Local Veteran's Response: Column ignored key facts about US support for Ukraine
From the column: "(Its) description of the Russian invasion as a 'proxy war' and 'regional dispute' was as silly as ... Putin's description of the war as a 'special military operation'."
The Jan. 7 commentary in the News Tribune, written by members of Veterans for Peace Chapter 80, did a real disservice to the brave people of Ukraine and their heroic battle with Russia, the world's second-largest military power (Local Veterans' View: “In conflicts, foreign relations, first do no harm ”).
The column’s description of the Russian invasion as a "proxy war" and "regional dispute" was as silly as Russian President Vladimir Putin's description of the war as a "special military operation." Both totally distort the level of atrocities and war crimes being committed by Russian soldiers and the indiscriminate bombing of civilian targets, including medical facilities, schools, power stations, and residential complexes. The civilian population has endured torture, execution, rape, and the abductions of children to Russia, to list just a few of the atrocities.
This "regional dispute" has included Russian assets such as the Wagner Group (recruited hardened criminals from prisons), Chechen soldiers, Al Qaeda terrorists from Syria, Afghan terrorists, Iranian drones, and artillery shells from North Korea.
The column suggested a diplomatic solution based on the failed Minsk II accords, which resulted in thousands of Ukrainian deaths, 30,000 people wounded, and 1.4 million people displaced.
The Veterans for Peace members selectively omitted a key factor in why the U.S., as they stated it, "chose to supply weapons, make military threats, and exacerbate the situation." One wonders why this veterans organization, which advocates for the elimination of nuclear weapons, would chastise the U.S. for fulfilling its treaty obligations in response to the removal of nuclear weapons.
The 1994 Budapest Memorandum — which was signed by the U.S., U.K., and Russia — provided security assurances for Ukraine, as it disposed of all of its nuclear devices. The Veterans for Peace provided information on the Minsk II agreement but not a whisper about Ukraine ridding itself of nukes with the accompanying security guarantee. Wonder why the Veterans for Peace omitted this key component of why the U.S. is aiding Ukraine's security per its treaty obligations, particularly since the organization is so committed to nuclear elimination. Of course, if Ukraine had held on to half a dozen nukes, Russia would have been hesitant to invade, given Ukraine's potential nuclear response.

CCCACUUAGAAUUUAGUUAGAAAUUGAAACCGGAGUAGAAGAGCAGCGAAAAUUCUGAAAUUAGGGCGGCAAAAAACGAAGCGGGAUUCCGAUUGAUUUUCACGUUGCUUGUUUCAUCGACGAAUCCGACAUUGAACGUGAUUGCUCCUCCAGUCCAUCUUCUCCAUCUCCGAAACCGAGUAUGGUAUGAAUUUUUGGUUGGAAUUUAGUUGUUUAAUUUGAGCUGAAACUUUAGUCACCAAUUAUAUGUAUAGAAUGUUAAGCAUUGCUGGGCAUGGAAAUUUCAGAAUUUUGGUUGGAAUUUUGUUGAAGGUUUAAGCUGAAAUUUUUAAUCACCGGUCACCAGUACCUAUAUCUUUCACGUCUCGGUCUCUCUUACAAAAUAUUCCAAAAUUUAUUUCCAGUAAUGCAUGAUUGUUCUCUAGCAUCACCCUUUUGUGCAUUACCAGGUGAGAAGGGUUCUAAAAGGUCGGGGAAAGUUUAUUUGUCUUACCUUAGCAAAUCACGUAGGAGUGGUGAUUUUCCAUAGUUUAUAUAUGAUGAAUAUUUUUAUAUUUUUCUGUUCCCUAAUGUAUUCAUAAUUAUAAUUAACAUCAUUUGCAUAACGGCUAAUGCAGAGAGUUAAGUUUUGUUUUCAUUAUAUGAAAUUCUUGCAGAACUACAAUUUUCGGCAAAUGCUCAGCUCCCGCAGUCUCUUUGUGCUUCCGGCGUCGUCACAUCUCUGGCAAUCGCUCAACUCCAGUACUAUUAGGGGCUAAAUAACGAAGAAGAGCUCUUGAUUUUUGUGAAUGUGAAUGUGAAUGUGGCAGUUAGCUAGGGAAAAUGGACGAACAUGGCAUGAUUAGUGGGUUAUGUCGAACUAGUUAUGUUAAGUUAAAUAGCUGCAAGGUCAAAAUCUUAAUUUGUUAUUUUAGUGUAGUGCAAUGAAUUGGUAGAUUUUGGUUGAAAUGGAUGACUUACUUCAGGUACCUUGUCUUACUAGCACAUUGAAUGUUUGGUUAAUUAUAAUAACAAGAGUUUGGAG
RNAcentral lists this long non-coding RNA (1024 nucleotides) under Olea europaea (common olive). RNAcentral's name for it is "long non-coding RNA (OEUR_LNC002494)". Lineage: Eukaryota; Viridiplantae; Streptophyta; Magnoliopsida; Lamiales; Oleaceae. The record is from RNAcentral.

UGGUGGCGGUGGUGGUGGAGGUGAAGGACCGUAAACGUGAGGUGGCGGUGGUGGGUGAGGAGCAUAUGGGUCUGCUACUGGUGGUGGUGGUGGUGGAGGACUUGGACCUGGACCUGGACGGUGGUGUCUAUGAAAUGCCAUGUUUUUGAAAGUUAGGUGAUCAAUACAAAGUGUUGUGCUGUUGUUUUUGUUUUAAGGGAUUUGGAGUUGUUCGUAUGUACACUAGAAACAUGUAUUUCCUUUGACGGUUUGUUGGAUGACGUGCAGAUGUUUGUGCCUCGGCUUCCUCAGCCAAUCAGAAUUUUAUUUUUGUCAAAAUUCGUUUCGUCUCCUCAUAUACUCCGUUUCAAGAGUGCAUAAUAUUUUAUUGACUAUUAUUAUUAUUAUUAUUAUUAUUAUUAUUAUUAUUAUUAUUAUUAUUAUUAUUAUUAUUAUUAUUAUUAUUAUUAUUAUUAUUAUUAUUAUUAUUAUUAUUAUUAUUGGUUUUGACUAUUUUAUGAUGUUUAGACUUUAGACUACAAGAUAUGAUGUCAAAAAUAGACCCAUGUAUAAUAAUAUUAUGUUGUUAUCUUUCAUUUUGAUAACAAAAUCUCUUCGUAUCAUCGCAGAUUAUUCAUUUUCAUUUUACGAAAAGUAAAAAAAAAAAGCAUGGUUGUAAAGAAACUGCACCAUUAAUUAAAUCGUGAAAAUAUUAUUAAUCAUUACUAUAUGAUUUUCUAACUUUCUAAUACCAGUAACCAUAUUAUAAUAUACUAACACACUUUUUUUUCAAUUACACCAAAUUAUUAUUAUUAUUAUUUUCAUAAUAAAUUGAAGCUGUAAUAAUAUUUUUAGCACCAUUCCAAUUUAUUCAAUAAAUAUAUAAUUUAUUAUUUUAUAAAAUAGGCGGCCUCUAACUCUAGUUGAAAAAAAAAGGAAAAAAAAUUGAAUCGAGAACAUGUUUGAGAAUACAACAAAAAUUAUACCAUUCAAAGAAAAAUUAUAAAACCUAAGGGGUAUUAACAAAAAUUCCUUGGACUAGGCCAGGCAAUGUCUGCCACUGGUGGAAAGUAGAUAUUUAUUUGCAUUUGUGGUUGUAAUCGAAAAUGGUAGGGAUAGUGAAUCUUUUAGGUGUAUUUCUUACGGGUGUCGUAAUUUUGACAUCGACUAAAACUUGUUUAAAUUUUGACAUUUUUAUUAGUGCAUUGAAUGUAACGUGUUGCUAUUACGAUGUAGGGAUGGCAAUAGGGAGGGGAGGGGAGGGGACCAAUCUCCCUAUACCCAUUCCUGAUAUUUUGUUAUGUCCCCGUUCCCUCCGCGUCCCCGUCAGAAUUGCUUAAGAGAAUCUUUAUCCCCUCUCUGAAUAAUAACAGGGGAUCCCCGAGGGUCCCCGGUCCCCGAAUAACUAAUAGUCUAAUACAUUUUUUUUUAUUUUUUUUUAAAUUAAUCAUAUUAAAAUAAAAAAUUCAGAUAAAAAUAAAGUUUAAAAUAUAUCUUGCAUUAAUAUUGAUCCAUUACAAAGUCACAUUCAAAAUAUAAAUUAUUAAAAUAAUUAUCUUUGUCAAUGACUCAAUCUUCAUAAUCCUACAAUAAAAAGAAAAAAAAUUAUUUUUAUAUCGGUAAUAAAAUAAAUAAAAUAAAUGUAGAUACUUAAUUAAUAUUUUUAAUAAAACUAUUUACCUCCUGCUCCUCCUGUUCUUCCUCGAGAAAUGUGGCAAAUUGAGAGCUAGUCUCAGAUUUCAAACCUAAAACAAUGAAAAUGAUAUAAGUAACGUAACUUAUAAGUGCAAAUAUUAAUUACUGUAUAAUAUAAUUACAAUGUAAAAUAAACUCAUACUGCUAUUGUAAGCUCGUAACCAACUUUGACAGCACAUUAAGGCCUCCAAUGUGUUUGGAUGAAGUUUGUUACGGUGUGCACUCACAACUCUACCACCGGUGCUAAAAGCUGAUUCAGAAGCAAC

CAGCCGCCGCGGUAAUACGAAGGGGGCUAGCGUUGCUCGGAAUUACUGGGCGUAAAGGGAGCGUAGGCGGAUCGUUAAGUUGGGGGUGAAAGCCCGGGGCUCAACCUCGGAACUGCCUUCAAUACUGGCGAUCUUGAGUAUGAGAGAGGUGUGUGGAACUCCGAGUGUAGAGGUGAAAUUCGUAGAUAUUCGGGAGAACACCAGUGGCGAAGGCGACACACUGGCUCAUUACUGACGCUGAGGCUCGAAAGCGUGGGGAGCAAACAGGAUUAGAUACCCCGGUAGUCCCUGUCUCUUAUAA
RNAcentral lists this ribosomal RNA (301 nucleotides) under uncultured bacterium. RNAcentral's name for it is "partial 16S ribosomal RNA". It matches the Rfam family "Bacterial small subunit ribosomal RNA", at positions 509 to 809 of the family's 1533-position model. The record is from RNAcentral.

Another statement in the column accused the U.S. of "aggressive, self-serving, militarized world ‘leadership’ (that has left) suffering, death, and destruction in its wake." Our military assistance to Ukraine is not provided because “there is money to be made and world hegemony to pursue,” as the column stated. We are attempting to provide Ukraine defensive weapons, not dominate Russia, as Putin asserts. Rather, we are providing assistance during this inhuman, barbaric invasion. If this is not a valid reason, what is?
The column concluded with, "The United States needs to … stop being the world's No. 1 weapons dealer." The U.S. has produced the world's most expensive fighter jet, the F-35. We are equipping our Air Force, Navy, and Marine Corps with this advanced fighter. We have also sold this aircraft to dozens of allied nations, such as Canada, the U.K., Norway, Israel, Japan, and Poland, to name a few. The total number of F-35s sold to our allies exceeds 1,300, equating to $44 billion. Yes, we deal in weapons (some very expensive) to bolster the defenses and security of fellow freedom-loving countries.
Robert W. Thomson of Duluth retired as a major following a 23-year military career that began in the Marines as a an enlisted machine gunner and later included service in the Army National Guard; as platoon leader with the 1st Squadron, 94th Armored Cavalry; as company commander of armor units in Duluth and Virginia, Minnesota; and as executive officer of the 47th Division Material Management Center in Minneapolis. He is currently first vice president of the Head O' the Lakes Chapter of the Military Officers Association of America.